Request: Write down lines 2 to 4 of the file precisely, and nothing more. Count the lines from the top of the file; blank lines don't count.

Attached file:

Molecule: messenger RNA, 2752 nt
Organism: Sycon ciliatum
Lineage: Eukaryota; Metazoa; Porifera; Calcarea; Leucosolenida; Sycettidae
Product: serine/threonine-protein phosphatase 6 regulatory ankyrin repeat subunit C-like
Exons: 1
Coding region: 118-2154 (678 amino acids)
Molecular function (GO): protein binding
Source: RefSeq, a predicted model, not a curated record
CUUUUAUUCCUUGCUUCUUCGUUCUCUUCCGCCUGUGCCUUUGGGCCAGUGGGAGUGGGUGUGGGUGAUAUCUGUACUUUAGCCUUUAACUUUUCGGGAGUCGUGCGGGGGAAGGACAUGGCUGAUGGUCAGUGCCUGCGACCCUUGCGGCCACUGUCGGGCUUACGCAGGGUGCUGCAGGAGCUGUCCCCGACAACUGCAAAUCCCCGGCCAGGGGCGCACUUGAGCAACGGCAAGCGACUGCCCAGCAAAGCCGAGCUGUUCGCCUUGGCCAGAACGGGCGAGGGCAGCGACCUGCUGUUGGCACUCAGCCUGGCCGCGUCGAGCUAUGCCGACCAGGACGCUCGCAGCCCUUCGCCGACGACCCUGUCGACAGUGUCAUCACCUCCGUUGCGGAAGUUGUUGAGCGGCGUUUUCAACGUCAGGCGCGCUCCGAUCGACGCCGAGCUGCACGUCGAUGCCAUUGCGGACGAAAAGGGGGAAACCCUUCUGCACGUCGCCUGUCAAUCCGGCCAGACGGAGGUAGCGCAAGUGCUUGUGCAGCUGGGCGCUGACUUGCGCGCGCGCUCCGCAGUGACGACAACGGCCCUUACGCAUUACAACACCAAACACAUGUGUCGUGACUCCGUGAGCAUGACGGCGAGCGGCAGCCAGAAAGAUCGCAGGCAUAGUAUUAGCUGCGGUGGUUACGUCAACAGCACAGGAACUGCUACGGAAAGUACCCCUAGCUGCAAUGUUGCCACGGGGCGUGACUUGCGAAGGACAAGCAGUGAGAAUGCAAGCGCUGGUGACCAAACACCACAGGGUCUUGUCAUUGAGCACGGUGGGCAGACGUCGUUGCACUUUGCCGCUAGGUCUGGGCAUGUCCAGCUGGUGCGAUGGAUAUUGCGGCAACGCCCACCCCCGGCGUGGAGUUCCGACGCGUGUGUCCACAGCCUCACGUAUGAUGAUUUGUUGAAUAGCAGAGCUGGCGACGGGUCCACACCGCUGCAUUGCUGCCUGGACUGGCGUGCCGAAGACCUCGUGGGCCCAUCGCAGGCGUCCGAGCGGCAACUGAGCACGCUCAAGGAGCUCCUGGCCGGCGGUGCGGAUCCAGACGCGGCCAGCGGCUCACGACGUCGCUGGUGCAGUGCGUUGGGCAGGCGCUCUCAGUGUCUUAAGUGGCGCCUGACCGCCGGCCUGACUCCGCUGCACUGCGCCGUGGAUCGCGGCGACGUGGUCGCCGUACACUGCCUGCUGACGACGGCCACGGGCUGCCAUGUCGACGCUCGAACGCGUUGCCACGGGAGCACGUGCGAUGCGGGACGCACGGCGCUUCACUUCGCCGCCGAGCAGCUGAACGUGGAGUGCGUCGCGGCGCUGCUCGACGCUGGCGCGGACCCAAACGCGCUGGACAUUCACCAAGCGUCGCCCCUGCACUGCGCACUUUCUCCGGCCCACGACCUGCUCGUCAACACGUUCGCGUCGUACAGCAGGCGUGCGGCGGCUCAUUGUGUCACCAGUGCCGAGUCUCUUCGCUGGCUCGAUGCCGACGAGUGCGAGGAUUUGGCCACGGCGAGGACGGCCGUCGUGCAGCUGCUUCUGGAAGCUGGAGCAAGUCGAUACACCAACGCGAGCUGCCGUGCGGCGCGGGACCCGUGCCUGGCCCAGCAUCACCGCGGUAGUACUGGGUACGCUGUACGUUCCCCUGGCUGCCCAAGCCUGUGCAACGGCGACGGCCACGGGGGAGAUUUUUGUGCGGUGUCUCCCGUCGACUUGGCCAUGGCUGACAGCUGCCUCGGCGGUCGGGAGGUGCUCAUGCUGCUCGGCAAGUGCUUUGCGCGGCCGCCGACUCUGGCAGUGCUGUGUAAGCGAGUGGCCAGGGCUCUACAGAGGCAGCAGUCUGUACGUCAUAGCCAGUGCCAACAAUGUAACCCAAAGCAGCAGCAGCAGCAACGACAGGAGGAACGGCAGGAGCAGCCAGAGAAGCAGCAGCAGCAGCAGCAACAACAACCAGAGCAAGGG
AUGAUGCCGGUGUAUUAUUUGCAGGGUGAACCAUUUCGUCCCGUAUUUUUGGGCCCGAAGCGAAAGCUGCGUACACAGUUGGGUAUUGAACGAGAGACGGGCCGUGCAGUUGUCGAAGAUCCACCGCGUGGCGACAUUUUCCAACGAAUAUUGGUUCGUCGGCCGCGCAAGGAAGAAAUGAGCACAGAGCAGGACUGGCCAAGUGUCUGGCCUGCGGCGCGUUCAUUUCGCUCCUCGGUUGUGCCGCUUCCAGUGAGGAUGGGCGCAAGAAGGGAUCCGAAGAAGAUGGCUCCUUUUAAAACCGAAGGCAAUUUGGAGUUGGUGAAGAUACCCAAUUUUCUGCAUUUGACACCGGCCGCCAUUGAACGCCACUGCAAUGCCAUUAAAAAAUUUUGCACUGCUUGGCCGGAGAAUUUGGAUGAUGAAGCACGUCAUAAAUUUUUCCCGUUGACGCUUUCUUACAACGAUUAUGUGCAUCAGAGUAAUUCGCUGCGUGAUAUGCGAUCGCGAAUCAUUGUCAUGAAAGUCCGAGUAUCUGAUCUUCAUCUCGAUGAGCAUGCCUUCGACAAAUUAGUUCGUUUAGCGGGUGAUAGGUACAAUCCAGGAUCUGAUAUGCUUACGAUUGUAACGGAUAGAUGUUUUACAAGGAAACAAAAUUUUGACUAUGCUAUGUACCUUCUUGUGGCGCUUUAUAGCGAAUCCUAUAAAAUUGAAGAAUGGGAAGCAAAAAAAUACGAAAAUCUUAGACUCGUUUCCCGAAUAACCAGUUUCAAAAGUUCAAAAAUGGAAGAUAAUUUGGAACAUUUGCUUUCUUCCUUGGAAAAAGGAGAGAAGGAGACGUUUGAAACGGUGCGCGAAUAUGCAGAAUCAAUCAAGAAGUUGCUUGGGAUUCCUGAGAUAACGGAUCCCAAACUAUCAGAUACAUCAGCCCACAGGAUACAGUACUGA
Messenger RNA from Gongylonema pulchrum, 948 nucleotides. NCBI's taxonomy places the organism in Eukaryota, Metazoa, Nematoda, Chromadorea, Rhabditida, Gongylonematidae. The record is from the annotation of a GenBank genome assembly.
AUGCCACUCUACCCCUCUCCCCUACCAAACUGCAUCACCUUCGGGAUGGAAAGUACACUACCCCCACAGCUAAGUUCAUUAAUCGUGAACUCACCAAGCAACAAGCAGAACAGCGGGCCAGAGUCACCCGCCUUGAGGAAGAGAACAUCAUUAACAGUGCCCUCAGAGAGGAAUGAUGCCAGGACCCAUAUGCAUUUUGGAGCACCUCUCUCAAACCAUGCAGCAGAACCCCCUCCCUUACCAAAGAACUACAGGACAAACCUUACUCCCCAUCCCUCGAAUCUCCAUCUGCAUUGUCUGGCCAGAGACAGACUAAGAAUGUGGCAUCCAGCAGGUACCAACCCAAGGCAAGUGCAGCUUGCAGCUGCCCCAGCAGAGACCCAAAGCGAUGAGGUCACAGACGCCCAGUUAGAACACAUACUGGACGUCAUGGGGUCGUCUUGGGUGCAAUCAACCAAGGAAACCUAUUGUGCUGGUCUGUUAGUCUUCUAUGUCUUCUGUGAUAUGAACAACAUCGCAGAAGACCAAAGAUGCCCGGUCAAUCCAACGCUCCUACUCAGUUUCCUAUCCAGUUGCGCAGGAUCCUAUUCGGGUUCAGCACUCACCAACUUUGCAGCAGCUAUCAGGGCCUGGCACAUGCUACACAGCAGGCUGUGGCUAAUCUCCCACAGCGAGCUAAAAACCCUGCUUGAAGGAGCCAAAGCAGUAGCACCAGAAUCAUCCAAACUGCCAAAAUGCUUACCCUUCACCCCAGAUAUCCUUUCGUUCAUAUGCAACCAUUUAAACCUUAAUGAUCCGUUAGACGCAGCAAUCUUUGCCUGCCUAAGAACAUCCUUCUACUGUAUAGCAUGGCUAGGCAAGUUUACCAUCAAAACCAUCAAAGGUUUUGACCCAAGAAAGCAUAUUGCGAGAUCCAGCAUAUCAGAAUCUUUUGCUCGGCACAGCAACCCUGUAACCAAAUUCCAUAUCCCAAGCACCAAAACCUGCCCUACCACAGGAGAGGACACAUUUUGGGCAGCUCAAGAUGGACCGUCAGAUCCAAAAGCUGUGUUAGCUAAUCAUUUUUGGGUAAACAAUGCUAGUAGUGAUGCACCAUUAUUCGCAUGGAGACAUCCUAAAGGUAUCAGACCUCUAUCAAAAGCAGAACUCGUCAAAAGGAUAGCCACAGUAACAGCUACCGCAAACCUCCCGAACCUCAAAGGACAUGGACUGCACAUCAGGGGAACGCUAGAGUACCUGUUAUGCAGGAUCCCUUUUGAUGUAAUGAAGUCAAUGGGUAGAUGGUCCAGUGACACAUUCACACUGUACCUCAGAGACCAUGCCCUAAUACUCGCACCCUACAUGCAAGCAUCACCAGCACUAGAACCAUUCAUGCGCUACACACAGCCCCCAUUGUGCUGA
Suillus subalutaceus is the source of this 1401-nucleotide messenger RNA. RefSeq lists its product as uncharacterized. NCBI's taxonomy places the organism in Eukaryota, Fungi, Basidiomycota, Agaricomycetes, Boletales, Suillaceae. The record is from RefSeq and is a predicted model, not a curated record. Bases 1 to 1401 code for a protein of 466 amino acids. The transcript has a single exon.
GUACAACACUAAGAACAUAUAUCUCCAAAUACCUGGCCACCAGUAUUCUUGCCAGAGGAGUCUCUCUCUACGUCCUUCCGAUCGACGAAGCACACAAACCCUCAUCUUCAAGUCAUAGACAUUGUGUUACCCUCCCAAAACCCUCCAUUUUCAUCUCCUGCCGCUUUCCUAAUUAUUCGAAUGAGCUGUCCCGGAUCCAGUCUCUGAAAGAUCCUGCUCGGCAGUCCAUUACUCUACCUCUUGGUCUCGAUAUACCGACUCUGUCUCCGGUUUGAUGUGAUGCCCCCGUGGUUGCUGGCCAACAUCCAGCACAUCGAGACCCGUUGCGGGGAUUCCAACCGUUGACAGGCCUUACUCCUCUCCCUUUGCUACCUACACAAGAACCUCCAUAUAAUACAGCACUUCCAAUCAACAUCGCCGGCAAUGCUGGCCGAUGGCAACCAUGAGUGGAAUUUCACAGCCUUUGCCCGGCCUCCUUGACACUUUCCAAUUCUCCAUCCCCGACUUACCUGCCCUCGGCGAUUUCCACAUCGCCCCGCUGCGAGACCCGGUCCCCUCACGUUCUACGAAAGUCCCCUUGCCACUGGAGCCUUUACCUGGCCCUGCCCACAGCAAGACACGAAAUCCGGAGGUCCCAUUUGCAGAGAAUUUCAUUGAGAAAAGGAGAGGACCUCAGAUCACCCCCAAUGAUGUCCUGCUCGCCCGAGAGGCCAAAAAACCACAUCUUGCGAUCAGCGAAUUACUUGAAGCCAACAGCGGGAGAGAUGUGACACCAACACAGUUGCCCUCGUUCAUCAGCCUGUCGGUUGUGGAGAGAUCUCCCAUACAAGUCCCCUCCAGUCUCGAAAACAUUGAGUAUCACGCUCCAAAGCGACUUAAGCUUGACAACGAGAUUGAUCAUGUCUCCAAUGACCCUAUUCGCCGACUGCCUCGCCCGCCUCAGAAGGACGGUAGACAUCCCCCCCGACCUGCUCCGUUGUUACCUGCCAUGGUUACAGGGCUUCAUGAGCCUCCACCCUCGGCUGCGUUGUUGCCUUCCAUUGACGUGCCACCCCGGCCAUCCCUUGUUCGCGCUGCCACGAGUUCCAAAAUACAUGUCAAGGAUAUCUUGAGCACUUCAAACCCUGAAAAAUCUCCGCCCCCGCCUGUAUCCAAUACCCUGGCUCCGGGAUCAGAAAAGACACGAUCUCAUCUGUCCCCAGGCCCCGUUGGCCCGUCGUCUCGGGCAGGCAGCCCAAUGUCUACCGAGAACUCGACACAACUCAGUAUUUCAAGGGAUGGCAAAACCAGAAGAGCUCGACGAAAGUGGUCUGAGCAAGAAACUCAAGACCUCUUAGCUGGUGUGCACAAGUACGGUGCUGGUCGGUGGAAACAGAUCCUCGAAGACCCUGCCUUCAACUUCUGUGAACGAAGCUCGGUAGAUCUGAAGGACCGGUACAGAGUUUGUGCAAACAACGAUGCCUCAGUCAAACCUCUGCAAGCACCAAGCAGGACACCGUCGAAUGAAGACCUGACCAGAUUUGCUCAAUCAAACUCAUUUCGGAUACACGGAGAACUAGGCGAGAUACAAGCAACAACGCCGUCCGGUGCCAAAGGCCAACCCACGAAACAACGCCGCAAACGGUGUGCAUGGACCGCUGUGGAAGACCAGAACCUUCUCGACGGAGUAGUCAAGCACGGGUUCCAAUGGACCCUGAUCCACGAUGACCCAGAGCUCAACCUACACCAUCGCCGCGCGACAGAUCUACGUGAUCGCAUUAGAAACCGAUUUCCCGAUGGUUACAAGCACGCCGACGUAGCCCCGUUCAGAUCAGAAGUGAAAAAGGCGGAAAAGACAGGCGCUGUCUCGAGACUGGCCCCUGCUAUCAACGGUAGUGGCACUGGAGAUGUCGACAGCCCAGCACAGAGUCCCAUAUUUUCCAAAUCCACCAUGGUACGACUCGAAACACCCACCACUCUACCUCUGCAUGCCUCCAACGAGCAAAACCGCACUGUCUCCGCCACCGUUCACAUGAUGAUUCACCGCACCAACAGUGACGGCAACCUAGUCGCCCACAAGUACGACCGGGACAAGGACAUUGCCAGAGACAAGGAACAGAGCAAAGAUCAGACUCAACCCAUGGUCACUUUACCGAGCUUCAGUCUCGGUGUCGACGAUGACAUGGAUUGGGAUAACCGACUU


Organism: Sycon ciliatum
Lineage: Eukaryota; Metazoa; Porifera; Calcarea; Leucosolenida; Sycettidae
Product: serine/threonine-protein phosphatase 6 regulatory ankyrin repeat subunit C-like